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Monday, December 7, 2009

Sarah Palin’s Record on Pardons And Clemency Based On Reality And Common Sense

In the wake of the slaughter of four police officers in the state of Washington, and how a liberal policy on pardons and clemency played a roll in this tragedy, we decided to look into the record of Governor Sarah Palin on this issue.

Our research finds that no pardons were issued by Governor Palin. We did find that in the wake of the corrupt Murkowski administration, Governor Palin championed, and signed into law, legislation that mandates the Governor, as well as the parole board, work hand in hand on any grant of pardon, or clemency. The law also mandates that victims are notified of any pending grant of pardon, and are allowed to participate in the process.

From the website PardonPower:

Alaska: Palin and the Pardon Power

In honor of John McCain's selection of Sarah Palin for the vice-presidency, PardonPower found this article from February 20, 2007:

Juneau, Alaska – Governor Sarah Palin today signed Senate Bill 46 and House Bill 69. The Governor was joined by Senator Donny Olson and Representative Ralph Samuels at the bill signing.

Senate Bill 46 extends the deadline for coastal communities to revise their plans for environmental oversight and development. By signing SB 46, coastal districts will have until September 1, 2007, to revise their plans. Without this extension, 12 districts that make up 70 percent of Alaska’s coastline are in jeopardy of losing their ability to have local involvement in their coastal areas.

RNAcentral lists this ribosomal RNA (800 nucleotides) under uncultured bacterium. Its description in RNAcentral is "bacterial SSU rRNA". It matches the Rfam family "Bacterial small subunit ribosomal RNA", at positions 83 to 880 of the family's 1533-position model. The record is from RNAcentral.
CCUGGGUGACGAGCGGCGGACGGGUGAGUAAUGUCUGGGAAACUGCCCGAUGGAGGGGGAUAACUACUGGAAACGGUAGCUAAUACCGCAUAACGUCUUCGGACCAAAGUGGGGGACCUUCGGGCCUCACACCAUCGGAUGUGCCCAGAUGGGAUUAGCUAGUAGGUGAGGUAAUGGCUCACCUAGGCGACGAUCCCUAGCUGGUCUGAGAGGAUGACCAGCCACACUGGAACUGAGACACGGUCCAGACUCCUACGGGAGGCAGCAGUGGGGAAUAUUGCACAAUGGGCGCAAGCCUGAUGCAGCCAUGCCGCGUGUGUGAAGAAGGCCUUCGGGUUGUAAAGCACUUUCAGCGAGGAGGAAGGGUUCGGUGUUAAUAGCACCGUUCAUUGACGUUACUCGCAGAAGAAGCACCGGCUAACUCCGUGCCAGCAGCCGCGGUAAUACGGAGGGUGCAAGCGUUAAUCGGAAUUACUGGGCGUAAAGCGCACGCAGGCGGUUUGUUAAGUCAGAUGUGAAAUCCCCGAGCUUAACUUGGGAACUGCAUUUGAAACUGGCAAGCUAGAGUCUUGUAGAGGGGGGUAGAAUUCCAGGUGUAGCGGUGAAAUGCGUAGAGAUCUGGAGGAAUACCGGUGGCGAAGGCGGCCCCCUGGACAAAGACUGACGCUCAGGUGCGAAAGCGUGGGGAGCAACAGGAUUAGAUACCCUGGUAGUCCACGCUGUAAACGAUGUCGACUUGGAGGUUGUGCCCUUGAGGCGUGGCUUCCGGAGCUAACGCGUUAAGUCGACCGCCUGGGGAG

"I thank Senator Olson for sponsoring this bill," said Governor Palin. "I know that these coastal districts have worked hard on their revised plans and by extending the deadline, we can ensure they will not lose local control."

House Bill 69 now makes it mandatory for the governor and the Board of Parole to work together to ensure any decision on clemency is based on a thorough review of the case, and made in deference to victims and their families.

"In a perfect world, this bill wouldn’t be necessary," said Governor Palin. "Unfortunately, we all know why such legislation has come through with unanimous support and why I sign this bill without hesitation."

In his final hours in office, Governor Murkowski granted an executive pardon to a company convicted of criminally negligent homicide. Whitewater Engineering Corporation pleaded no contest in 2001 to the charge in connection with the 1999 death of one of its employees. The pardon was granted on November 30, 2006. No one from the Murkowski administration notified the victim’s family of the request for clemency or that the pardon was granted.

HB 69 not only ensures that victims of crimes are notified of the governor’s intent to grant clemency but also allows them to become part of the process.

The power to grant pardons and clemency are great responsibilities a Governor and President are given by the state and United States Constitutions, respectively. It’s serious business that can easily be corrupted by either dishonesty or faulty judgment. It’s very refreshing to see that, as Governor, Sarah Palin understood and appreciated the power she was given and the great trust the people of Alaska had placed in her.

Governor Palin’s common sense approach to this great power and trust the people of Alaska placed in her, resulted in a law that will make it harder for someone of lesser character or judgment to misuse this power and trust.

It also says something that Sarah was willing to diminish her power for the good of the process. Not many in politics would do this as, for many, politics is all about the power, not the service. This is yet another example of Sarah Palin putting the needs and desires of the people above all else.

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